Then I started having kids. That's really when all of these different obsessions that I've had about feeling different or whether or not the meritocracy was real at all, as my parents had always taught me, and that I started to really begin to question at Princeton when I met kids my age, some of whom became my good friends but who never had to work, never would need to work, and got their choice of any job or unpaid internship they wanted in the world. That was very, very new for someone like me. All of a sudden, I'm on the other side of this privilege divide raising three kids in Manhattan. The only Filipinos I knew at that point were domestic workers, were either my nanny who helped me for a bit or other people's nannies and housekeepers and baby nurses. It was this realization that as a mother, it’s very hard to describe until you're a mother, that love and that deep-rooted desire to protect and give your kid a great shot in life, which I felt as a mother. 

 

The people I was hiring and got to know who were domestic workers were also often mothers. They must have felt the exact same thing I did without even close to the opportunities that my kids had. On top of it, they were from, often, the country I was born in and had this almost reflexive pride for me because we were from the same place. It heightened everything I'd felt since Princeton that this myth of meritocracy, this idea that one success in this country or anywhere really rests on your shoulders and your effort and your savvy is so deeply untrue. Because I'd always wanted to write, when I turned forty and had the very cliché midlife crisis -- circling back to The Economist. After [indiscernible], I'd worked as a time for a staff writer. I thought, why don't I give this a shot? To be honest, I didn't know if it would go anywhere. It was just something I had to do. That did end up becoming The Farm.

 

Zibby: That's so cool. When you were writing this book, out of curiosity, were you doing this in tandem to everything else you were doing in your life? Did you try to fit this in late at night and early in the morning? Did you tell yourself, I'm going to take a year and write this book?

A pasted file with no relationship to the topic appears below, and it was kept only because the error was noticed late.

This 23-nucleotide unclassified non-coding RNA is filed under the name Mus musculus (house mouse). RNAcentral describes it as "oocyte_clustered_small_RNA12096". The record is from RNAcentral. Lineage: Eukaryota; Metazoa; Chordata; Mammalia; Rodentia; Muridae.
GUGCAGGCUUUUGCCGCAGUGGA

Joanne: It was the cliché forty-year-old midlife crisis thing. I had been home at that point for three, two years. I actually didn't have a nanny, which in a weird way is probably what opened the possibility of the book in two senses. One, my youngest child was starting in school. That freed up my whole days. Two, I didn't have a nanny, so I had the house to myself. I'm very chatty. Having someone around, I would've been distracted in a weird way. This is a little cheesy. I read some kind of article in a business magazine saying you can create any habit in thirty-seven days, or thirty-three, or forty-two, pick the number. I had off and on tried a little bit throughout my thirties with young kids to try writing. I couldn't get in the habit. In the beginning, that was the hardest part. 

 

Because I read this article, I said, okay, fine. Every Monday to Friday until I hit forty-two or thirty-seven, whatever the number was, I'm going to write. I'm going to write while the kids are at school from eight thirty to noon. That's it. It meant I stopped exercising often. I didn't see friends in the way I might have. I used to do coffees after drop off. I didn't do any of that stuff. I'm going to really give myself these thirty-seven, forty-two days. It actually worked. It became a habit. It was a year and a half of writing every day in that way before I got the real hook, the idea, the construct of the surrogacy facility. That was from reading a Wall Street Journal article a year and a half later about an Indian surrogacy facility. I didn't do any more research in that, just what had started brewing in my head. When people ask me now, “What was the hardest part of writing the book?” The hardest part was that year and half where I had committed to something I'd wanted to do since I was a kid. I was writing really bad short stories. I have many, many first chapters of novels that were never going to work.